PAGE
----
Abstract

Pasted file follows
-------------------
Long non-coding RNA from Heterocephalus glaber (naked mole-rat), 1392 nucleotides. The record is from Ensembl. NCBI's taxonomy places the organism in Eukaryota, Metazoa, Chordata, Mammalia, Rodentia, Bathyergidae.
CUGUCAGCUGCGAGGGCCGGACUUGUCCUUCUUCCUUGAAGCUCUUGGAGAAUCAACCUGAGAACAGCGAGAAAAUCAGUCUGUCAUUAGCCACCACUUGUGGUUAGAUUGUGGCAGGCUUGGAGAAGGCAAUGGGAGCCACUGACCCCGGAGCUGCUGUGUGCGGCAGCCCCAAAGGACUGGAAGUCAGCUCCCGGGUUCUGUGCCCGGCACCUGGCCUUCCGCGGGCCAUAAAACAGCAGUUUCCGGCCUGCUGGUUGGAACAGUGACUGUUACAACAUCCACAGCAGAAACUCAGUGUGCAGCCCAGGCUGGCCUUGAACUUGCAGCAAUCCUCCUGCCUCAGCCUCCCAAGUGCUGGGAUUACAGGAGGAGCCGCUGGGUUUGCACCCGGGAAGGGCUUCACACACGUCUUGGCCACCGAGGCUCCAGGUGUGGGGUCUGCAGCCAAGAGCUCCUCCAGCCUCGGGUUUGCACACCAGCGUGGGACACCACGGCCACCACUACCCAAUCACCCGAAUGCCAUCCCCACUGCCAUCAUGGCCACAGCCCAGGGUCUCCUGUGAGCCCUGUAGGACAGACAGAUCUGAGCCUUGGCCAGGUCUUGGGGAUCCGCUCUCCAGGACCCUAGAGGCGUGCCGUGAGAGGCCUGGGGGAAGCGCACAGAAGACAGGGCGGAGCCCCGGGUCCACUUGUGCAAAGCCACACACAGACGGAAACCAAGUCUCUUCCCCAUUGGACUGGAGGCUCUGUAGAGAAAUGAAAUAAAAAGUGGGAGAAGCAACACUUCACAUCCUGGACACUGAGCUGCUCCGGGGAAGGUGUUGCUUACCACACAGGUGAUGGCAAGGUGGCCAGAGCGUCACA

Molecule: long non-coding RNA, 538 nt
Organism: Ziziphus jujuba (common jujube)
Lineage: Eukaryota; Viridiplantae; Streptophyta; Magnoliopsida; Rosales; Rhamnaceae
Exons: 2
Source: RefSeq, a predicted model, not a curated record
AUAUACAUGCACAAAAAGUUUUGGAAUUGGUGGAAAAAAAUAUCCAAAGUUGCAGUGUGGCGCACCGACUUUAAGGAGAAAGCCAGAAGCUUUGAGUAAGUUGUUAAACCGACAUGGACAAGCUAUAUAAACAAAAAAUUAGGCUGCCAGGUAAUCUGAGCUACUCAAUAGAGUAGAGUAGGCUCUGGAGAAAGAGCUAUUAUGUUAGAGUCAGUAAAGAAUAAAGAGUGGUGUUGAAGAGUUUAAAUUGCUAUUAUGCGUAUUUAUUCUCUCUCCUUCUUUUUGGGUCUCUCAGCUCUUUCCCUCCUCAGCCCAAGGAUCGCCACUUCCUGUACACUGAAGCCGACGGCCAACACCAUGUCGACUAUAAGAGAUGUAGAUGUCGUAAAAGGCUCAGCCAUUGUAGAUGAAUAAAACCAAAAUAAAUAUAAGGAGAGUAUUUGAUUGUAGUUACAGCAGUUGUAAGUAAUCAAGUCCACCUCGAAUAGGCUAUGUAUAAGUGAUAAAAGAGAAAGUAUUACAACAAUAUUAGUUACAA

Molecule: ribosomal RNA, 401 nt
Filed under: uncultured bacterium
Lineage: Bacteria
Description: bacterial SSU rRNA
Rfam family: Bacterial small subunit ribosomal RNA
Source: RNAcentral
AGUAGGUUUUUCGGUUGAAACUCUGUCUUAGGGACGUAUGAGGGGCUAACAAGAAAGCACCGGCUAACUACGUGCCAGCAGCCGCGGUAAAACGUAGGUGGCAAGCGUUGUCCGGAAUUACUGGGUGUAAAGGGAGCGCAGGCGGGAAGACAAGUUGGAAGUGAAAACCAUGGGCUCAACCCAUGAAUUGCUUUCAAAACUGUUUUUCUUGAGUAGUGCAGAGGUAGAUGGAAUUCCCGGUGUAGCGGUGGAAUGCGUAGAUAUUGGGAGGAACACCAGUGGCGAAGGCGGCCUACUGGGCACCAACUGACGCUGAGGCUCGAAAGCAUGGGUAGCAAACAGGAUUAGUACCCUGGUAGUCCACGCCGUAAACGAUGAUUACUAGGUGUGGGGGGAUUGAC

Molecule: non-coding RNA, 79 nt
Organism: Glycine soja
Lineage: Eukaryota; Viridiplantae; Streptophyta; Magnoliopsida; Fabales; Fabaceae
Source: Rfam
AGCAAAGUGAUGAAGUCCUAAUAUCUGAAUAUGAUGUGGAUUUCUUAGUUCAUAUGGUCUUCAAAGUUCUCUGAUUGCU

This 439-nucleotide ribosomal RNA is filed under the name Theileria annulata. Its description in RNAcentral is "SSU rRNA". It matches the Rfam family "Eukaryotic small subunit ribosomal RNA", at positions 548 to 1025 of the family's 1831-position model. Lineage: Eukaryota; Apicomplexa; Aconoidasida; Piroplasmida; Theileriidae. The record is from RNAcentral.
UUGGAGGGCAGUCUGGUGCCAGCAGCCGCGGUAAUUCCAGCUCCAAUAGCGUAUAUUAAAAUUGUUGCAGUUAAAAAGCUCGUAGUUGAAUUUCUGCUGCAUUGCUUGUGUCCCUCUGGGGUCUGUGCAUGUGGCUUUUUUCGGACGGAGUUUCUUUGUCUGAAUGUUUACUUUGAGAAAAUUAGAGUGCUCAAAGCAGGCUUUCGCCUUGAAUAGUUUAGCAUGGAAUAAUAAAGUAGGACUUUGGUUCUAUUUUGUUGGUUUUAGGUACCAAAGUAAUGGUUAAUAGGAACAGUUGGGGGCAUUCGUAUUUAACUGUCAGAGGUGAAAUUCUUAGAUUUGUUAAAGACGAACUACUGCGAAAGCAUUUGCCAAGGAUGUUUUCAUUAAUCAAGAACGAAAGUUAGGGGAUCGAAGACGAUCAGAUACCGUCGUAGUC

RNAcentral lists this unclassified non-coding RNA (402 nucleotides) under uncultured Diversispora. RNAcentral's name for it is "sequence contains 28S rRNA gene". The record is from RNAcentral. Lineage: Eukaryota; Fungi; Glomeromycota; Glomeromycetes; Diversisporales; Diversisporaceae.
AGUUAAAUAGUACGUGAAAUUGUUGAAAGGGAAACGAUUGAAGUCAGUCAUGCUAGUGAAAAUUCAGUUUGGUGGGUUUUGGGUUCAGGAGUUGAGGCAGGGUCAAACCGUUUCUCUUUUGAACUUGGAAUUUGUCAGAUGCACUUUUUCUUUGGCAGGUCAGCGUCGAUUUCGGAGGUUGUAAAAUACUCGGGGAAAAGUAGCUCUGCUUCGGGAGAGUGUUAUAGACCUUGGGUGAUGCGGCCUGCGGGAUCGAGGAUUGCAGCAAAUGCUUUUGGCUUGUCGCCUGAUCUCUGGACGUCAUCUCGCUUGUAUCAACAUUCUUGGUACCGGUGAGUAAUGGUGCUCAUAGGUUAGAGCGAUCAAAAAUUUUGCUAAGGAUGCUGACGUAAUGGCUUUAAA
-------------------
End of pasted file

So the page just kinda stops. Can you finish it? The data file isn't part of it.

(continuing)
Analog modeling of volcanic cones traversed by strike-slip faulting was conducted, and the cones were analyzed for deformation characteristics. The study shows that symmetrical volcanoes that have undergone basal strike-slip offset may be deformed internally without manifesting any change in their conical shape. Volcanoes deformed by strike-slip faulting may already have well-developed fractures in their interior, yet still appear as a symmetrical cone, exhibiting concentric contours when viewed on a topographic map. Moreover, slight changes in the basal shape of the cone induced by strike-slip movement can be restored by the relatively faster resurfacing and reshaping processes from the deposition of younger eruptive products. These findings pose a subtle but significant point in the assessment of volcanic landslide hazards: not all perfect cones are undisturbed. The detection of concealed deformation is important because fractures induce further instability in volcanoes and act as slip planes during volcano-collapse events. There are many examples of symmetrical volcanoes in nature. The faultless appearance of such perfect cones can be misleading, which requires careful attention in hazards assessment.

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